Carnegie Mellon University

Eberly Center

Teaching Excellence & Educational Innovation

Technology-Enhanced Activities To Support Foreign Language Literacy And Cultural Reflection Skill

I'm using this computer-assisted program to help teachers/students notice rhetorical patterns in Japanese essays and score them based on a rubric.  The rubric was designed to place emphasis on students' ability to express intercultural competence.  By color-coding students' responses, we can see where they use language effectively to fulfill different parts of the rubric:

Teachers often lack adequate training, time, and resources to support students’ second
language reading and culture-learning skills. To address this challenge, a set of
technology-enhanced activities (TEAs) were designed based on Koda and Yamashita’s
(2017) Reading to Learn framework for the Japanese program at CMU. Completed at
the beginning and end of the semester, the TEAs reinforce the Japanese courses’
learning objectives, while providing teachers and students a way to monitor their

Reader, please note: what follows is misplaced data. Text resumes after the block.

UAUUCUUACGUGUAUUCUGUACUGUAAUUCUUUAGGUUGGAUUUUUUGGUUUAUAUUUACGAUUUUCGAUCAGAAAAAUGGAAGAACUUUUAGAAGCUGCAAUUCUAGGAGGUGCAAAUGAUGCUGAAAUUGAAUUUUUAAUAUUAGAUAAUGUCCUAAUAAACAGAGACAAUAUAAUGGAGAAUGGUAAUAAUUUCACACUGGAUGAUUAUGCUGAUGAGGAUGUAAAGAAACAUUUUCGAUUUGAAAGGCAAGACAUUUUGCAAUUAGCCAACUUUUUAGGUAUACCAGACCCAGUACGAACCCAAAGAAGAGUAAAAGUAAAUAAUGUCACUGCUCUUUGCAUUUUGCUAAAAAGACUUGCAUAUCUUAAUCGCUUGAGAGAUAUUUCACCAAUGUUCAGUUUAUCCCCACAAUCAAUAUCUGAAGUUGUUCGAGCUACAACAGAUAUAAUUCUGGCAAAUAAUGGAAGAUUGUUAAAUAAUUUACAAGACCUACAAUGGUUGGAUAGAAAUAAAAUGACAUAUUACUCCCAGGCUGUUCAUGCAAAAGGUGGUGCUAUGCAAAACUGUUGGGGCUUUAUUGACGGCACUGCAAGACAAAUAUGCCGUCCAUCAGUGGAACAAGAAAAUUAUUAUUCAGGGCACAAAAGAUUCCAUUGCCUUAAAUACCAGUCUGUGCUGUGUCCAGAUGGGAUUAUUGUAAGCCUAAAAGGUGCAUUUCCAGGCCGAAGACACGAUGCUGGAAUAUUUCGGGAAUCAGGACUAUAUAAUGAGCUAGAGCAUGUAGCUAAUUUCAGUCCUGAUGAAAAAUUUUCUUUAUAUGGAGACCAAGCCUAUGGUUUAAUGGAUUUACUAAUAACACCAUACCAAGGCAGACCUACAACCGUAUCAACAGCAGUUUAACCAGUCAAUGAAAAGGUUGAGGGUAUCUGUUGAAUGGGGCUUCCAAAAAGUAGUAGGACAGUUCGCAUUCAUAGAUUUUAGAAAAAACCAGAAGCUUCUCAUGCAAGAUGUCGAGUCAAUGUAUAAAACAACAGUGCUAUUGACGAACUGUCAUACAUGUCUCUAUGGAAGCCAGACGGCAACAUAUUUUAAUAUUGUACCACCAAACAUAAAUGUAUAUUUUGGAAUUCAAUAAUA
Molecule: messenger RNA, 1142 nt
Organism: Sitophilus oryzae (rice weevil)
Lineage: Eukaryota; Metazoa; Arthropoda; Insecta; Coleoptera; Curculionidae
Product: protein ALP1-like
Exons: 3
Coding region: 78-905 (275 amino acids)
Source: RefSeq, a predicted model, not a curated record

language and culture-learning skills. They first scaffold students’ comprehension of a
Japanese cultural text by providing dictionary glosses and questions to monitor
comprehension. They then provide graphic organizers to help students engage in
cultural comparisons between the target culture and their own culture. Finally, they ask
students to present their refined intercultural understandings through short written
reflections. I present the results of the first pilot and suggest ways the TEAs can be
adapted for other classroom contexts.

Tsai, Aurora
DC, Modern Languages